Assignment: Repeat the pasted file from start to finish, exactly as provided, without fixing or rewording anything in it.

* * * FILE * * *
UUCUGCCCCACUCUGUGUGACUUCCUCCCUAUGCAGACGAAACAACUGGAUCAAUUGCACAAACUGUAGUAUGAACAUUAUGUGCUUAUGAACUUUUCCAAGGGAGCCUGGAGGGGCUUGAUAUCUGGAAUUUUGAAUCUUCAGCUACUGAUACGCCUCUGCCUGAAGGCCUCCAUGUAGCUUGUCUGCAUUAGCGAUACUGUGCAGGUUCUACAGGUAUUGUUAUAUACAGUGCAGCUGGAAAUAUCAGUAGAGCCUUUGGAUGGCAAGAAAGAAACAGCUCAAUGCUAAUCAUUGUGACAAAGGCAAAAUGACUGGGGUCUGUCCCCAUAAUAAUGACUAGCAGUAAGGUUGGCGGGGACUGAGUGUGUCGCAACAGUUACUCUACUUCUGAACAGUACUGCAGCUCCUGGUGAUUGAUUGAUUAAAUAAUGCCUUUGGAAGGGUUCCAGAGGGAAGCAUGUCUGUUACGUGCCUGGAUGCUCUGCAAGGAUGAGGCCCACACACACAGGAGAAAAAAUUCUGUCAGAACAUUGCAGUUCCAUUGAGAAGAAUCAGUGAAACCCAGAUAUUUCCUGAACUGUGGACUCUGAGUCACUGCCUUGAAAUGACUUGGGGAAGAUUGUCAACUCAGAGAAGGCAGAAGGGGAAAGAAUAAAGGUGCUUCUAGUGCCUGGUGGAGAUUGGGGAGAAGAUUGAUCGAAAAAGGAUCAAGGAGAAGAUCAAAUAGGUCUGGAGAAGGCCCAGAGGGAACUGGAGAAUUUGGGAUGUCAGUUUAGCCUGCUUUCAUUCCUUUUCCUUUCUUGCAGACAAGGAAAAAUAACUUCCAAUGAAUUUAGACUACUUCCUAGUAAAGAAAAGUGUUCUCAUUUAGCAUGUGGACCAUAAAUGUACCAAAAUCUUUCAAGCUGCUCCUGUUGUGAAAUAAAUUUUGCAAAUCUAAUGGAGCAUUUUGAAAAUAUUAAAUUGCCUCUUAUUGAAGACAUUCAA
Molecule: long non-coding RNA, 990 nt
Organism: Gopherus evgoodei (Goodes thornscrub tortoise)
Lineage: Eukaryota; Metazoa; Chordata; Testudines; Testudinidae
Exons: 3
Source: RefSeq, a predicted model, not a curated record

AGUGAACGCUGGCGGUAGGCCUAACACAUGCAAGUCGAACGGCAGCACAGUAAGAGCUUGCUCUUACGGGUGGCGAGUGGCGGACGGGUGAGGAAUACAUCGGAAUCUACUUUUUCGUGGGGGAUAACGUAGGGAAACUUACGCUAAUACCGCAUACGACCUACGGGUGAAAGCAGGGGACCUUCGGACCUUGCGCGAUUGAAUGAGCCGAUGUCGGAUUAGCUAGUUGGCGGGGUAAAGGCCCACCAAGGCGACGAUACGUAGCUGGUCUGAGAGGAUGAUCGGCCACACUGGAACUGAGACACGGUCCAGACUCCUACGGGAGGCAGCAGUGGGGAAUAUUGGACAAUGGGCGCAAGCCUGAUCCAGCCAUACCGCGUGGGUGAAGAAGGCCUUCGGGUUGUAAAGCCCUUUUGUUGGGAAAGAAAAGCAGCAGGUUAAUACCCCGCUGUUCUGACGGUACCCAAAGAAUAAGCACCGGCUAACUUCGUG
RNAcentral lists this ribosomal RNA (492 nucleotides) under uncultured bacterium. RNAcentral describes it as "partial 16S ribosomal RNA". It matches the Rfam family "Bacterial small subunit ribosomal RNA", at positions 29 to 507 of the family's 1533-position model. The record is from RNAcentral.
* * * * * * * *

UUCUGCCCCACUCUGUGUGACUUCCUCCCUAUGCAGACGAAACAACUGGAUCAAUUGCACAAACUGUAGUAUGAACAUUAUGUGCUUAUGAACUUUUCCAAGGGAGCCUGGAGGGGCUUGAUAUCUGGAAUUUUGAAUCUUCAGCUACUGAUACGCCUCUGCCUGAAGGCCUCCAUGUAGCUUGUCUGCAUUAGCGAUACUGUGCAGGUUCUACAGGUAUUGUUAUAUACAGUGCAGCUGGAAAUAUCAGUAGAGCCUUUGGAUGGCAAGAAAGAAACAGCUCAAUGCUAAUCAUUGUGACAAAGGCAAAAUGACUGGGGUCUGUCCCCAUAAUAAUGACUAGCAGUAAGGUUGGCGGGGACUGAGUGUGUCGCAACAGUUACUCUACUUCUGAACAGUACUGCAGCUCCUGGUGAUUGAUUGAUUAAAUAAUGCCUUUGGAAGGGUUCCAGAGGGAAGCAUGUCUGUUACGUGCCUGGAUGCUCUGCAAGGAUGAGGCCCACACACACAGGAGAAAAAAUUCUGUCAGAACAUUGCAGUUCCAUUGAGAAGAAUCAGUGAAACCCAGAUAUUUCCUGAACUGUGGACUCUGAGUCACUGCCUUGAAAUGACUUGGGGAAGAUUGUCAACUCAGAGAAGGCAGAAGGGGAAAGAAUAAAGGUGCUUCUAGUGCCUGGUGGAGAUUGGGGAGAAGAUUGAUCGAAAAAGGAUCAAGGAGAAGAUCAAAUAGGUCUGGAGAAGGCCCAGAGGGAACUGGAGAAUUUGGGAUGUCAGUUUAGCCUGCUUUCAUUCCUUUUCCUUUCUUGCAGACAAGGAAAAAUAACUUCCAAUGAAUUUAGACUACUUCCUAGUAAAGAAAAGUGUUCUCAUUUAGCAUGUGGACCAUAAAUGUACCAAAAUCUUUCAAGCUGCUCCUGUUGUGAAAUAAAUUUUGCAAAUCUAAUGGAGCAUUUUGAAAAUAUUAAAUUGCCUCUUAUUGAAGACAUUCAA
Molecule: long non-coding RNA, 990 nt
Organism: Gopherus evgoodei (Goodes thornscrub tortoise)
Lineage: Eukaryota; Metazoa; Chordata; Testudines; Testudinidae
Exons: 3
Source: RefSeq, a predicted model, not a curated record

AGUGAACGCUGGCGGUAGGCCUAACACAUGCAAGUCGAACGGCAGCACAGUAAGAGCUUGCUCUUACGGGUGGCGAGUGGCGGACGGGUGAGGAAUACAUCGGAAUCUACUUUUUCGUGGGGGAUAACGUAGGGAAACUUACGCUAAUACCGCAUACGACCUACGGGUGAAAGCAGGGGACCUUCGGACCUUGCGCGAUUGAAUGAGCCGAUGUCGGAUUAGCUAGUUGGCGGGGUAAAGGCCCACCAAGGCGACGAUACGUAGCUGGUCUGAGAGGAUGAUCGGCCACACUGGAACUGAGACACGGUCCAGACUCCUACGGGAGGCAGCAGUGGGGAAUAUUGGACAAUGGGCGCAAGCCUGAUCCAGCCAUACCGCGUGGGUGAAGAAGGCCUUCGGGUUGUAAAGCCCUUUUGUUGGGAAAGAAAAGCAGCAGGUUAAUACCCCGCUGUUCUGACGGUACCCAAAGAAUAAGCACCGGCUAACUUCGUG
RNAcentral lists this ribosomal RNA (492 nucleotides) under uncultured bacterium. RNAcentral describes it as "partial 16S ribosomal RNA". It matches the Rfam family "Bacterial small subunit ribosomal RNA", at positions 29 to 507 of the family's 1533-position model. The record is from RNAcentral.